[Edited 02/23/21 8:06 AM PST]
Yes, you can deduct Medicare premiums as a business expense - "Self-Employed Health Insurance Deduction"
Self-Employed Health Insurance Deduction
You may be able to deduct the amount you paid for medical and dental insurance and qualified long-term care insurance for yourself, your spouse, and your dependents. The health insurance can cover your child who was under age 27 at the end of 2020, even if the child wasn’t your dependent. A child includes your son, daughter, stepchild, adopted child, or foster child. A foster child is any child placed with you by an authorized placement agency or by judgment, decree, or other order of any court of competent jurisdiction.
One of the following statements must be true.
You were self-employed and had a net profit for the year reported on Schedule C (Form 1040) or Schedule F (Form 1040).
You were a partner with net earnings from self-employment for the year reported on Schedule K-1 (Form 1065), box 14, code A.
You used one of the optional methods to figure your net earnings from self-employment on Schedule SE.
You received wages in 2020 from an S corporation in which you were a more-than-2% shareholder. Health insurance premiums paid or reimbursed by the S corporation are shown as wages on Form W-2.
The insurance plan must be established, or considered to be established as discussed in the following bullets, under your business.
For self-employed individuals filing a Schedule C (Form 1040) or F (Form 1040), a policy can be either in the name of the business or in the name of the individual.
For partners, a policy can be either in the name of the partnership or in the name of the partner. You can either pay the premiums yourself or the partnership can pay them and report the premium amounts on Schedule K-1 (Form 1065) as guaranteed payments to be included in your gross income. However, if the policy is in your name and you pay the premiums yourself, the partnership must reimburse you and report the premium amounts on Schedule K-1 (Form 1065) as guaranteed payments to be included in your gross income. Otherwise, the insurance plan won’t be considered to be established under your business.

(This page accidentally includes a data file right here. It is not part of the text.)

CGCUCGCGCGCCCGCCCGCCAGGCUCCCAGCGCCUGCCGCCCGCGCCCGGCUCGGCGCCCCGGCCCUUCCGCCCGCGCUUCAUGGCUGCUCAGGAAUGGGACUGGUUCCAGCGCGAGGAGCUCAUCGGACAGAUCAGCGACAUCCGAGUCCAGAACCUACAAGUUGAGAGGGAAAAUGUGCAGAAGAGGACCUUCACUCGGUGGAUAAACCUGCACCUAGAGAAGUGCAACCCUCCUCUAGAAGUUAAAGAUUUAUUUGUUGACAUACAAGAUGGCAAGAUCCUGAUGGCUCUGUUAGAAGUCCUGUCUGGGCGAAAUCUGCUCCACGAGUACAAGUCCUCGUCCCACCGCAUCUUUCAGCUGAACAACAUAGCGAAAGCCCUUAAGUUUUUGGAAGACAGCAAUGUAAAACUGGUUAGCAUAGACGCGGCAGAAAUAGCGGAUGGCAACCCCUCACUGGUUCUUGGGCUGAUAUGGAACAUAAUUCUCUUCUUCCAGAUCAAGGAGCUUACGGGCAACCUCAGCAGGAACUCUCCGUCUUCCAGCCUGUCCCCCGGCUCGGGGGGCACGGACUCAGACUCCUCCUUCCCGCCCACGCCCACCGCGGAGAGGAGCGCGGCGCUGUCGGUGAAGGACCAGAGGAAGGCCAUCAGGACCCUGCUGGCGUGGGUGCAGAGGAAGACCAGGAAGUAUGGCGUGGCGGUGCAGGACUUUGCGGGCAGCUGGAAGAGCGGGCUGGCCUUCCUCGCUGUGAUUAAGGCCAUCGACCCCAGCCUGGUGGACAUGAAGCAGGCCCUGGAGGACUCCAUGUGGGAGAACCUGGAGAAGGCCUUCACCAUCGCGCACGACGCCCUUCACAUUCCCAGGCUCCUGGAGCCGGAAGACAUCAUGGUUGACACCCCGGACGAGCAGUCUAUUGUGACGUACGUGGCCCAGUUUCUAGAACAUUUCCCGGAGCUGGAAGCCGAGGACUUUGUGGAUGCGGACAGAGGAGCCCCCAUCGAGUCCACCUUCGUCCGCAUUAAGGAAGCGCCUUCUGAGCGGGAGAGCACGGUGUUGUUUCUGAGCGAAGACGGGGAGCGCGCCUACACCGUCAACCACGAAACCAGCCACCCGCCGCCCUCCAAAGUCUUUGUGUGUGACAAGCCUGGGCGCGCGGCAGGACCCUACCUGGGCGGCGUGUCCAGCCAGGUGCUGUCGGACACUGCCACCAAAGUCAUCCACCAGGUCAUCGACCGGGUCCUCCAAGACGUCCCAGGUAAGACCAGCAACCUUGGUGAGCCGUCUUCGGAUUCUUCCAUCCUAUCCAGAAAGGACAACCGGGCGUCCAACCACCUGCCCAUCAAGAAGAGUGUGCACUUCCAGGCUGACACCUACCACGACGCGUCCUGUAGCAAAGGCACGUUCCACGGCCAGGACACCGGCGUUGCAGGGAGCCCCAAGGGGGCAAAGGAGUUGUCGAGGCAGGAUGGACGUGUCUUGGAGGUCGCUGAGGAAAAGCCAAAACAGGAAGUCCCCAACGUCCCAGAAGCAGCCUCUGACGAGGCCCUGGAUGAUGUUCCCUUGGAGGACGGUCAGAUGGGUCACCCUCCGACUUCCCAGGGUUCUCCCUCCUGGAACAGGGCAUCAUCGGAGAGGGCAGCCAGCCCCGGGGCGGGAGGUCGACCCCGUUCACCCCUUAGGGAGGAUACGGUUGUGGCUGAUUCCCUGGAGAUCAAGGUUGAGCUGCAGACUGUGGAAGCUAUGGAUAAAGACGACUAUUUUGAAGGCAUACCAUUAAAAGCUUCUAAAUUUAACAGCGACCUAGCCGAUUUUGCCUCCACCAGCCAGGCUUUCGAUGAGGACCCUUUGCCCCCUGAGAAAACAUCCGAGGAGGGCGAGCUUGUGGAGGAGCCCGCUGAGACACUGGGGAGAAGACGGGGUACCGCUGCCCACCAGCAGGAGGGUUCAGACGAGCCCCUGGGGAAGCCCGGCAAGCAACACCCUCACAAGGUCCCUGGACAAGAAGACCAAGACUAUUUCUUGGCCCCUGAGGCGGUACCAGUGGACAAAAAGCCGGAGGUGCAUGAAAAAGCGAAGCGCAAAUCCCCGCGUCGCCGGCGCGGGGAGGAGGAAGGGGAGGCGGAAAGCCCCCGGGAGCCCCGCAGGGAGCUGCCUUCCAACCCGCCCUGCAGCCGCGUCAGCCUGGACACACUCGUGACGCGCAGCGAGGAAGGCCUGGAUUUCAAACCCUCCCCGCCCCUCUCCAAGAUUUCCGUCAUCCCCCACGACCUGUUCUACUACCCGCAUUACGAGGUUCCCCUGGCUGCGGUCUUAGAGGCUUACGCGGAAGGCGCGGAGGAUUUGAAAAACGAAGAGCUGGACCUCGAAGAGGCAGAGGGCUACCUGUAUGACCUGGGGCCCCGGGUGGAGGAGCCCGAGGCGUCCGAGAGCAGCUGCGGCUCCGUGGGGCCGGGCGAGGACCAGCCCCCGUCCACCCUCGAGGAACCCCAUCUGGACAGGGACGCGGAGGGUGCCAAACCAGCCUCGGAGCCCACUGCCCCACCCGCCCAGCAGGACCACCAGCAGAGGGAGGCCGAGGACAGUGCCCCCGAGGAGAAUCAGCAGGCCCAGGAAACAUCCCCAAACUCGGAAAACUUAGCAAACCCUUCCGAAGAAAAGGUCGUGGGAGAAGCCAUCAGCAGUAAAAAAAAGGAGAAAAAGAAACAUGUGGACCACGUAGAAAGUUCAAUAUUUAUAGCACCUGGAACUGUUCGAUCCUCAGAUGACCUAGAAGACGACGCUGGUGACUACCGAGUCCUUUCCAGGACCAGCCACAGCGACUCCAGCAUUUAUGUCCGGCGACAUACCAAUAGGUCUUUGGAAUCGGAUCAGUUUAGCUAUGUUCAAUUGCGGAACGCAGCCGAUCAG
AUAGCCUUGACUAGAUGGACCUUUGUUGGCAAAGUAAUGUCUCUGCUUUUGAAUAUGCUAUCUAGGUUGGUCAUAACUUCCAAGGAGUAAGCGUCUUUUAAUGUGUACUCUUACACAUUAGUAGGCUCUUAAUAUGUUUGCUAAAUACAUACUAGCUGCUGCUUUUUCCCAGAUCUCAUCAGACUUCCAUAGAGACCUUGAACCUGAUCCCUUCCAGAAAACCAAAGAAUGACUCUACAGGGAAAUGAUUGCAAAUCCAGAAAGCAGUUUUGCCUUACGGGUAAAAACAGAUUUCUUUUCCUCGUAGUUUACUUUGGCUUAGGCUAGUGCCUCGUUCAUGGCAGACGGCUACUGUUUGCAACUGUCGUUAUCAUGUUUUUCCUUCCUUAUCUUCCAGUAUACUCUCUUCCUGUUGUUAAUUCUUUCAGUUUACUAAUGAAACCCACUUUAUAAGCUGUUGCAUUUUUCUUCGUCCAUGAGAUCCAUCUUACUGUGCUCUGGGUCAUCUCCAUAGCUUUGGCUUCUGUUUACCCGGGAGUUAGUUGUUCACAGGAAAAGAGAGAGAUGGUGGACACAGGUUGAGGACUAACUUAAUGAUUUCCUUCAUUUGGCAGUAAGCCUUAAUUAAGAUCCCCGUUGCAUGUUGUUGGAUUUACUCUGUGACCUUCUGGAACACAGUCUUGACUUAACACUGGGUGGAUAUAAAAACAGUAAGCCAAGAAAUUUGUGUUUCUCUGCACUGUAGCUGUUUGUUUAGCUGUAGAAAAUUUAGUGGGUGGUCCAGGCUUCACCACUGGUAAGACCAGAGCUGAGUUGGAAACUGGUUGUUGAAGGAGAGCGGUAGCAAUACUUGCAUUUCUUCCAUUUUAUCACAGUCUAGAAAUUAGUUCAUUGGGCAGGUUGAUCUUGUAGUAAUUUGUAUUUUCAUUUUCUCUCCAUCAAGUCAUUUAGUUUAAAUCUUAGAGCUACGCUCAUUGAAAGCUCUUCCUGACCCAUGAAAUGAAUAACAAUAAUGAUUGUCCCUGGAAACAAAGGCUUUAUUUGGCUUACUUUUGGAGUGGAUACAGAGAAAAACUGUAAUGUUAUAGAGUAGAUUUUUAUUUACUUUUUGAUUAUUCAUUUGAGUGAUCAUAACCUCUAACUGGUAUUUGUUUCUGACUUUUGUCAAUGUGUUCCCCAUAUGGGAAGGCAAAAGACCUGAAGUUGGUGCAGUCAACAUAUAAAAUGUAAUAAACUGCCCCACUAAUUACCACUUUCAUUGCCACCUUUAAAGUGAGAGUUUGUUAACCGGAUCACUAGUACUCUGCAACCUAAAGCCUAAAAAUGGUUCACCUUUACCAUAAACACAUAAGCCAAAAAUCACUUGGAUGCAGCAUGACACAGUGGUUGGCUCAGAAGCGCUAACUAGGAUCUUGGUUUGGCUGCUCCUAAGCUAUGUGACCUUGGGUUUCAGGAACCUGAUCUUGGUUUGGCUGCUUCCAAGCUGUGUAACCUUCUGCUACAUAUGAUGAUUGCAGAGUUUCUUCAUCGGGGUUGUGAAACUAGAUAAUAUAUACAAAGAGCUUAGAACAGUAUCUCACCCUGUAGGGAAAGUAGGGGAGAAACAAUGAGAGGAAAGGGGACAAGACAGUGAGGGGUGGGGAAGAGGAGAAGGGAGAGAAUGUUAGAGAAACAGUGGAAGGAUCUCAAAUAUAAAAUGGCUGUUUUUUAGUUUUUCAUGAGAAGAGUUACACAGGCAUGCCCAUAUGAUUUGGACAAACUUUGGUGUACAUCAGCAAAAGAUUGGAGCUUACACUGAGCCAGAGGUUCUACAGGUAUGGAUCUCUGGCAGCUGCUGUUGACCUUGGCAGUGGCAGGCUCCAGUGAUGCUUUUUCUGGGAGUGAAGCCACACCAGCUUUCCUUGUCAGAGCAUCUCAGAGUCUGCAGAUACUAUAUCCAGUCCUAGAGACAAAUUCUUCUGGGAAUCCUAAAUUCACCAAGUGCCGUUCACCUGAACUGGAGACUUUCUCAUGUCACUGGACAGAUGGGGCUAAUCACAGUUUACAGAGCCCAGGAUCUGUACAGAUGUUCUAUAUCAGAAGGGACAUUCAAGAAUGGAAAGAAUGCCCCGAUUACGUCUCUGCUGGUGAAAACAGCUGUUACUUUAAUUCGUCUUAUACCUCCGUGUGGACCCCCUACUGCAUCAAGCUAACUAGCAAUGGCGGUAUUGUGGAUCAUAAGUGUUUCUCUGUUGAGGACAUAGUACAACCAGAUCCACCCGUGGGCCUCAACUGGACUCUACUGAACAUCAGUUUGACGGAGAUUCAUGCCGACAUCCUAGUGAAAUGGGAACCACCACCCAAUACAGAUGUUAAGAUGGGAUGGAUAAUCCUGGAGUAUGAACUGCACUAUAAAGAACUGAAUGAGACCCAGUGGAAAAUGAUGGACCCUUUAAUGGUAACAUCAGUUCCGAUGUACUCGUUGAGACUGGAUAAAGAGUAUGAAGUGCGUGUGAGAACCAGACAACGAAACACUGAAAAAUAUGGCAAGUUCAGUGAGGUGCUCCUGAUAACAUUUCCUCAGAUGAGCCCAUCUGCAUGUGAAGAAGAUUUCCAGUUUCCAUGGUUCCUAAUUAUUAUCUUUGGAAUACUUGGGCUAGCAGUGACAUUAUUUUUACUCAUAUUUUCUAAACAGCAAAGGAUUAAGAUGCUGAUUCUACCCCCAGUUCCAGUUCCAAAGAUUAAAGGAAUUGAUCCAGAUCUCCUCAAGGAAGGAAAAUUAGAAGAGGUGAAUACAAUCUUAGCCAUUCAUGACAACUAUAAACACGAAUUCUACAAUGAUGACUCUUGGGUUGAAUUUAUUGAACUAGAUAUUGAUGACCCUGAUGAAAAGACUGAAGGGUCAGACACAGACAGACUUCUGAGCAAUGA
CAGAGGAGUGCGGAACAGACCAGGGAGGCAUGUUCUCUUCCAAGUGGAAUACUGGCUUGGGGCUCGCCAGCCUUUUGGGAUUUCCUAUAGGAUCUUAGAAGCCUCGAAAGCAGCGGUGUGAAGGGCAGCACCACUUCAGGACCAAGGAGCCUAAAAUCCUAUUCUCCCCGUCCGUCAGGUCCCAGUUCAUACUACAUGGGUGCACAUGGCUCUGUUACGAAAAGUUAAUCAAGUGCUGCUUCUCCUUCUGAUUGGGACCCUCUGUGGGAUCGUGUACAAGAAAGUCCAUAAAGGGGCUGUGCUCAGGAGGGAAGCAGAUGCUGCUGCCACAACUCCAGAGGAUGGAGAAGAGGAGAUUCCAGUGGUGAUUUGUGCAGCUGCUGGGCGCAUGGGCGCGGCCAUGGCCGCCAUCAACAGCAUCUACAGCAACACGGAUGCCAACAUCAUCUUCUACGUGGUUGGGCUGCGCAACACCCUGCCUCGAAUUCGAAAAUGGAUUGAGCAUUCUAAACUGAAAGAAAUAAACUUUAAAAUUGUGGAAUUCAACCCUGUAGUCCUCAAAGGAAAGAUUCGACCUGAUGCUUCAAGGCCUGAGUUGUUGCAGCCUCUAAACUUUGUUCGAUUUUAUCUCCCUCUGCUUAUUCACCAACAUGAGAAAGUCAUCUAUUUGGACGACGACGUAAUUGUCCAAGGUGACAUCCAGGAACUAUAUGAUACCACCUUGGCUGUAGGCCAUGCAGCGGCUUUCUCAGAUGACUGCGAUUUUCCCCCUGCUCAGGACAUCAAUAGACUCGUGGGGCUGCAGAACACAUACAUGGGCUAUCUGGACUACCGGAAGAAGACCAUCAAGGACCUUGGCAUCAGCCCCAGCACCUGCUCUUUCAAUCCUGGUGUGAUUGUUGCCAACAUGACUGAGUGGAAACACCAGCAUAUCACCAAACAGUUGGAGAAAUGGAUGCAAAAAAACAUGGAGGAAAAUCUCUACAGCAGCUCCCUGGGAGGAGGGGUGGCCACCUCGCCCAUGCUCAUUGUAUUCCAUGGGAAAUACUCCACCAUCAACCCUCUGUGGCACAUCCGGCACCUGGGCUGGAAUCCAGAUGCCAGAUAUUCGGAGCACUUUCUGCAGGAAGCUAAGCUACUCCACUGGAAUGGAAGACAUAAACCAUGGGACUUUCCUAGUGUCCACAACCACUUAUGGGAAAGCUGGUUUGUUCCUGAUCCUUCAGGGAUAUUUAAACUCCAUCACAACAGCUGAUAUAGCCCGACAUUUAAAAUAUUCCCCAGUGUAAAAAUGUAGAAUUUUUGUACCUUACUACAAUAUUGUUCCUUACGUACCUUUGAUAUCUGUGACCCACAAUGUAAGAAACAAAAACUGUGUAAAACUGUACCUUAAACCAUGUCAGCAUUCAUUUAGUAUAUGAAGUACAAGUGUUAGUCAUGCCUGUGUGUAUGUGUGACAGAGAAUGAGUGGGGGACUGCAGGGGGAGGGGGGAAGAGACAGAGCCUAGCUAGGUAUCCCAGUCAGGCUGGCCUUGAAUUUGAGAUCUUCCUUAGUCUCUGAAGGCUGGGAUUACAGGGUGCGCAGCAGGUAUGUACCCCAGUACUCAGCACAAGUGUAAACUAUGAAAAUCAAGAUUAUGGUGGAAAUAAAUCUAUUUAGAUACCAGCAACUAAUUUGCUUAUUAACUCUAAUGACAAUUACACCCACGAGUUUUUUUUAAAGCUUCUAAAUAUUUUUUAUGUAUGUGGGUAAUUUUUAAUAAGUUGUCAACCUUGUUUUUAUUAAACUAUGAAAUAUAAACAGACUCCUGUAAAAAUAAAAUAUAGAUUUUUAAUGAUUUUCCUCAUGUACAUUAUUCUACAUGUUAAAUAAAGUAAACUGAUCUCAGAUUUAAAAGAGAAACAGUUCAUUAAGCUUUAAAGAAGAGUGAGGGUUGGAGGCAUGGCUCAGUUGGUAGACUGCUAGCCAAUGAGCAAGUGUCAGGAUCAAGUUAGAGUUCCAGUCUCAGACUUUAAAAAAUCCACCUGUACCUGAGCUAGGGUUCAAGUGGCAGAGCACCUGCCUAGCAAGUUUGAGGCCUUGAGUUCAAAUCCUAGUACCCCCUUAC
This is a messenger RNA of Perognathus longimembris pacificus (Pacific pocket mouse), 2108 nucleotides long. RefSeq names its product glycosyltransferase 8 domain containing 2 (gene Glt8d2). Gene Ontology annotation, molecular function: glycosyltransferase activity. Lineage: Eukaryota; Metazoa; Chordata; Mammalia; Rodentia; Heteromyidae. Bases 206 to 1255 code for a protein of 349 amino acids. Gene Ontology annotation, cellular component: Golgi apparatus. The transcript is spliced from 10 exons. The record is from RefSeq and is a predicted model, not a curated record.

For more-than-2% shareholders, a policy can be either in the name of the S corporation or in the name of the shareholder. You can either pay the premiums yourself or the S corporation can pay them and report the premium amounts on Form W-2 as wages to be included in your gross income. However, if the policy is in your name and you pay the premiums yourself, the S corporation must reimburse you and report the premium amounts on Form W-2 in box 1 as wages to be included in your gross income. Otherwise, the insurance plan won’t be considered to be established under your business.
Medicare premiums you voluntarily pay to obtain insurance in your name that is similar to qualifying private health insurance can be used to figure the deduction. Amounts paid for health insurance coverage from retirement plan distributions that were nontaxable because you are a retired public safety officer can’t be used to figure the deduction.
Take the deduction for self-employed health insurance on Schedule 1 (Form 1040), line 16.
Correcting my one reply.
You are not applying this situation to "self employed". You are applying it to an "employee". I need to understand the tax change in 2012 that permitted the deduction for medicare premiums for self employed individuals. This deduction appears to be valid up to the amount of net income. That is what I am trying to verify.
This is what I am looking at.
Q. I am self-employed and my husband is on Medicare. I deduct my health insurance premiums on my income tax. I recently heard that I also can deduct his Medicare Part A, Part B, Part C and Part D premiums. Is this really true?
A. Yes. In 2012, the IRS ruled that Medicare insurance premiums can be counted. Under the ruling, Medicare premiums covering the self-employed individual – as well as his or her spouse, dependents, and under-age-27 children – are deductible.